Denis Maslov '96

International Affairs and Political Science Major | Europe/Eurasia Analyst, Eurasia Group
Picture of Denis

Earlier this year I realized, with some amazement, that it has been ten years since I graduated from the University of New Hampshire in May 1996. It is one of those milestones of life at which one arrives unexpectedly—and contemplating, which makes one reflect on the path traveled. Thinking back 11 years, trying to recall what it was like for me to be in Durham in November 1995, what I remembered was, in part, a sense of listless and expectant anxiety that most seniors probably experience. There I was, preparing to get my dual major in political science and international affairs in a short while, and having very little sense of what was likely to happen next. 

A decade has passed since my graduation, and although I still might not know what happens next, it is clear that productive anxiety is healthy. It is equally clear—and this should help to alleviate some worries—that there are plenty of excellent opportunities for people with training similar to that I received at UNH.

In the past, when asked what one could do with a degree in political science and international affairs, I usually would rattle off a number of possible fields: government, development, academia, business, journalism, think-tanks... Trying all of them is probably difficult in a span of one lifetime, but so far I have been fortunate to work in a number of these fields. As interplay between my intellectual interests and professional experience becomes more complex, it is ever more apparent how rich the world of international affairs, and practical applications of political knowledge, can and should be.

Right after graduating from UNH, I spent a year in Washington, DC, working as a Junior Fellow at the Carnegie Endowment for International Peace, one of this country’s oldest and most prominent foreign-policy think-tanks. Think-tanks do wonders to demystify policy and politics. As one sits next to ambassadors and edits work of policy luminaries, the workings of the vast world of politics become comprehensible and approachable. After Carnegie, I moved to New York and enrolled in a graduate course—in political science, with international relations as my primary field—at Columbia University. If research and teaching is your calling, a Ph.D. program would be one of the highlights of your life. Regardless of your subsequent path, the knowledge you acquire and people you meet will be valuable assets.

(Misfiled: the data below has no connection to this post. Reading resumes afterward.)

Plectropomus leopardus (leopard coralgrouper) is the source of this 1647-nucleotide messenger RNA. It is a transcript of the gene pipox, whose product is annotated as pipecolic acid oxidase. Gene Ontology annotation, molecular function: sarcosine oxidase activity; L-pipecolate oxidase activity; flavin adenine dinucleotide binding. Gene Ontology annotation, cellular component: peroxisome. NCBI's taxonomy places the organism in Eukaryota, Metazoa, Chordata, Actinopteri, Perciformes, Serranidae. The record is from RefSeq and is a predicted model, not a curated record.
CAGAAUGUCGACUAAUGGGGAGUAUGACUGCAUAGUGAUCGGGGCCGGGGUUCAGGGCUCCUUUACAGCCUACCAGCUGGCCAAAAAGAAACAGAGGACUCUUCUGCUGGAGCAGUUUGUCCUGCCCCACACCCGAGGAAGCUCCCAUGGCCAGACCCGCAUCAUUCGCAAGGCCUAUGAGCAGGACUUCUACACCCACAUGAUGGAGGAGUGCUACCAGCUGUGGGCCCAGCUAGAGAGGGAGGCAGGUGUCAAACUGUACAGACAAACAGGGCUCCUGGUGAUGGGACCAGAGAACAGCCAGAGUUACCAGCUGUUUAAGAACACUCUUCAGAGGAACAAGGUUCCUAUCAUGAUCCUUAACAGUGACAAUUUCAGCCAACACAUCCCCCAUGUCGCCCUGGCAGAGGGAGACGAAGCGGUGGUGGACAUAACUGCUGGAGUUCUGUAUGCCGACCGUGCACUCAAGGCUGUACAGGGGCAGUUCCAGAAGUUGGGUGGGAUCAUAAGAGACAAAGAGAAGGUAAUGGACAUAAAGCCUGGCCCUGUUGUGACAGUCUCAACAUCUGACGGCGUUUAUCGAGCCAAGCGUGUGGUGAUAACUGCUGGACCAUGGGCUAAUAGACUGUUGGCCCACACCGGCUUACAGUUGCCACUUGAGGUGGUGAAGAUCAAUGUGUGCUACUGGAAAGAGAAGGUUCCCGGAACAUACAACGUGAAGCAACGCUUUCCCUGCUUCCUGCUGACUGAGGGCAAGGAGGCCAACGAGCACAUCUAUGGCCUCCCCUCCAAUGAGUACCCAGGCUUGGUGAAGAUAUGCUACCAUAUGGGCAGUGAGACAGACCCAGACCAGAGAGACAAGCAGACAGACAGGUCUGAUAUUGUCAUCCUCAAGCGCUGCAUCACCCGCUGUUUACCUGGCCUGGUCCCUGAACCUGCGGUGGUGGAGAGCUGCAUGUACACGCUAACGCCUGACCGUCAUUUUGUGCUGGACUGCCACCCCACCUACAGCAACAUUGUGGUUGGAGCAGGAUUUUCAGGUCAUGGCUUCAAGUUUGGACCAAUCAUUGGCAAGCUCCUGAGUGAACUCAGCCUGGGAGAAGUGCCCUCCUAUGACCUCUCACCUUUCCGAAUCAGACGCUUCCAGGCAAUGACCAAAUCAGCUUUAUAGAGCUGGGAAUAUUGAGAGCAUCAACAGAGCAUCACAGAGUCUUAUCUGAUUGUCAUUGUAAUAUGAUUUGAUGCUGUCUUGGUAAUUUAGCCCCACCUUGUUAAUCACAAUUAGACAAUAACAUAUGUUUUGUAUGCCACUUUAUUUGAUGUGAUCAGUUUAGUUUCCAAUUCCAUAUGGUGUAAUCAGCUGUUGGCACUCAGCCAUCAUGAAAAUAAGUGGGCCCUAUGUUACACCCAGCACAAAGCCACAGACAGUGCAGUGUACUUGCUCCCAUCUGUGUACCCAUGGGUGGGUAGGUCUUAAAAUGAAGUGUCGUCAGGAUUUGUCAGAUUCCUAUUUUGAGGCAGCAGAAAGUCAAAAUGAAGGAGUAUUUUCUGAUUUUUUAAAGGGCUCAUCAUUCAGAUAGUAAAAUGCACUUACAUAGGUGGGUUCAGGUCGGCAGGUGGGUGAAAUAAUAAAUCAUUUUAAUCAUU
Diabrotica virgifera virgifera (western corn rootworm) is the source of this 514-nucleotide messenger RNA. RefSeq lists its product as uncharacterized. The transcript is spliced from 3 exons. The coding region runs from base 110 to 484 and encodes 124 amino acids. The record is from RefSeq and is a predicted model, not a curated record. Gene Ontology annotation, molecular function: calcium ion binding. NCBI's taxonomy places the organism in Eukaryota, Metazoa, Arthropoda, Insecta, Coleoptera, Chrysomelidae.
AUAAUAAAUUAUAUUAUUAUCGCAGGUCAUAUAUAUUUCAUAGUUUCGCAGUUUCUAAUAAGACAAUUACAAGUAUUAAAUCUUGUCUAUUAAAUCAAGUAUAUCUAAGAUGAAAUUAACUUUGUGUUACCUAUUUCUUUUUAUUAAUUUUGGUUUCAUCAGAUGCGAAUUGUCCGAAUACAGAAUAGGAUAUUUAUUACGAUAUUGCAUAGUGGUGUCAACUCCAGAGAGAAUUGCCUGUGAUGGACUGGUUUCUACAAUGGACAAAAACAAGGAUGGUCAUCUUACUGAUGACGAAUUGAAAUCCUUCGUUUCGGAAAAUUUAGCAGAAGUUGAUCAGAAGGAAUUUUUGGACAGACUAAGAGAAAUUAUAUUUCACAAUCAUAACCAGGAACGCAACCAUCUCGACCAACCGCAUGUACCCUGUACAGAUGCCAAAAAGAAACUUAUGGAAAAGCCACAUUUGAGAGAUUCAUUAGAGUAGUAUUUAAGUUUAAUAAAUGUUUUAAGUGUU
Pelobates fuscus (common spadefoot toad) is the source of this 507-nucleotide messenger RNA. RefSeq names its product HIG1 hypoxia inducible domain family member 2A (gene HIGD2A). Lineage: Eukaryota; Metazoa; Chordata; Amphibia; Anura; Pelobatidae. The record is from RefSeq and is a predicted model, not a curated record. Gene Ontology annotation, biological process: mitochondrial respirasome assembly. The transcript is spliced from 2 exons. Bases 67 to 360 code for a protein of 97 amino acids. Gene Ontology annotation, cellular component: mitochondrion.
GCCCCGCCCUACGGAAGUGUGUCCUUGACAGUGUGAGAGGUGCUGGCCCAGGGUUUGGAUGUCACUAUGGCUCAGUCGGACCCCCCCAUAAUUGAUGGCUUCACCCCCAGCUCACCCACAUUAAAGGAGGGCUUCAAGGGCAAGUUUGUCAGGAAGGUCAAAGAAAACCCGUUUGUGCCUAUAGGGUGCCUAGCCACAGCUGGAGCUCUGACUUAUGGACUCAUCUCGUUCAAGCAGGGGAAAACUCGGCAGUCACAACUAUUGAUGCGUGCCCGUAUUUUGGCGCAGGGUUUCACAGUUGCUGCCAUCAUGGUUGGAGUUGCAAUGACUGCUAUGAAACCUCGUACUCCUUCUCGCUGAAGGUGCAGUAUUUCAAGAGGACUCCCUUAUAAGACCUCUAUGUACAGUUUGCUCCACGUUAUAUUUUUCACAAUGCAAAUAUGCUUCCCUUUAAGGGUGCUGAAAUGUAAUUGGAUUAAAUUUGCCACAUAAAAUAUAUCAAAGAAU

My next step after passing my comprehensive exams was a position at a not-for-profit development organization focusing on issues of banking and financial sector reform in transition economies. Financial Services Volunteer Corps (FSVC) works all over the world, and in my time there, while focusing mostly on Russia, I also had opportunities to work on China, Indonesia and Afghanistan. FSVC enabled me to acquire practical and comparative grounding in issues facing the world’s banking sectors, a subject that was as fascinating to me as it was new and continuously challenging.

Since early 2006, I made a shift to the private sector, and have been working as a Europe/Eurasia analyst at Eurasia Group, a global political risk consultancy. It is a dynamic and rapidly growing consulting firm. My job is to help investors understand Russia’s political and regulatory environment, an exhilarating task. Russia presents a broad range of events and subjects to analyze daily, and my previous training as a policy and academic specialist and as a project manager in a development organization all come into play constantly.

So there are many interesting positions out there for political science majors and international affairs geeks. UNH gave me a solid base of knowledge for my professional and intellectual development over the past decade; and this knowledge, and my memories of those semesters in Durham, will be helping me for many years to come.